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Health benefit affordability safe harbor leans on payroll

by on
in Office Management,Payroll Management

Under the Affordable Care Act health care reform law, employers with 50 or more full-time em­ployees during the previous year will pay a penalty if just one employee enrolls in coverage through the individual exchange and receives a premium tax credit because group coverage doesn’t cover minimum essential benefits and his or her contribution isn’t affordable because it exceeds 9.5% of his or her household income.

Problem: You usually don’t know employees’ household income. To remedy this, the IRS is proposing an employer affordability safe harbor, which will be included in future regulations. (Notice 2011-73, IRB 2011-40)

Proposed safe harbor. Under the safe harbor, you wouldn’t pay the penalty if an employee receives a premium tax credit, if you offered full-time employees and their dependents a chance to enroll in a plan that provided minimum essential benefits, and the employee’s contribution for self-only coverage for the lowest cost plan didn’t exceed 9.5% of his or her W-2, Box 1 wages.

The safe harbor would apply at the end of the calendar year, when Box 1 wages are determined, and on an employee-by-employee basis. So, for example, you would determine whether you could claim safe-harbor protection for 2014 for a particular employee by looking at his or her 2014 Box 1 wages and comparing 9.5% of that amount to the employee’s contribution for self-only coverage for the lowest cost plan.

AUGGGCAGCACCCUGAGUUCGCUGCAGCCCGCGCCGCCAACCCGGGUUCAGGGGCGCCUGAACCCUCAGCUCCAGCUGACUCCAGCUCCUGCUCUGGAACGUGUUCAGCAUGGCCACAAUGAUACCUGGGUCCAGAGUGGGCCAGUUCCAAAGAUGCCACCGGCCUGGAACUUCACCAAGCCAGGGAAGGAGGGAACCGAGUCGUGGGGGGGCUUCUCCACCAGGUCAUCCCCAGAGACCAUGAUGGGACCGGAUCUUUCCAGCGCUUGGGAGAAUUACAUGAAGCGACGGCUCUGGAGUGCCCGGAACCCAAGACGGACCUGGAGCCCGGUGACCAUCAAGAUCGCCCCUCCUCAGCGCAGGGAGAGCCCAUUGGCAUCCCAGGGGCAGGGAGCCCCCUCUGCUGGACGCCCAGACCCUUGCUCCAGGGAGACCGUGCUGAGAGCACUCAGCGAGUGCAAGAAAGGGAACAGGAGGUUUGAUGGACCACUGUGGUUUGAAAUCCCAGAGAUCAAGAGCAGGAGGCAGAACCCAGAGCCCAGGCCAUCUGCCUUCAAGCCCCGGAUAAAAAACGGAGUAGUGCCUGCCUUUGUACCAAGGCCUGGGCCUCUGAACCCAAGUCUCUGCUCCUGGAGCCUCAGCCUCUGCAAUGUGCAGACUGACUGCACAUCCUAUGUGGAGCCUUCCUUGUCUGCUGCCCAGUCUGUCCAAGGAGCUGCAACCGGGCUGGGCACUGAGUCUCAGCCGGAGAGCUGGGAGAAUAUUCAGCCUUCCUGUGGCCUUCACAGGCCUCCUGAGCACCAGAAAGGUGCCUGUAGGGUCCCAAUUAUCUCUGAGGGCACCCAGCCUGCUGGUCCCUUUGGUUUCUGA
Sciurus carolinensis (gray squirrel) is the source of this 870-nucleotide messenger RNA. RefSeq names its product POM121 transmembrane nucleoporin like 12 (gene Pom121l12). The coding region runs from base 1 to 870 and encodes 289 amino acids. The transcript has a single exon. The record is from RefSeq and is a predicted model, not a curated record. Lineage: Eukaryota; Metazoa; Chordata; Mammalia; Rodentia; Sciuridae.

LOOKING AHEAD: You could also use the safe harbor at the beginning of a year by setting employee contributions at a level that wouldn’t exceed 9.5% of any employee’s income. The IRS is contemplating allowing you to make reasonable and necessary pay-period adjustments  so that employees’ contributions never exceed 9.5% of their Box 1 income.

Care to comment? The IRS is soliciting comments on whether or how wages and employees’ contributions would be determined for employees who are hired midyear or who move between full-time and part-time status, or when the plan isn’t a calendar-year plan. It’s also interested in knowing whether there are other ways to determine whether coverage is affordable.

Comments are due to the IRS by Dec. 13, 2011. Email your comments to Notice.comments@irscounsel.treas.gov. Be sure to include the phrase "Notice 2011-73" in the subject line. Reminder: Be nice. Comments will be available for public inspection.

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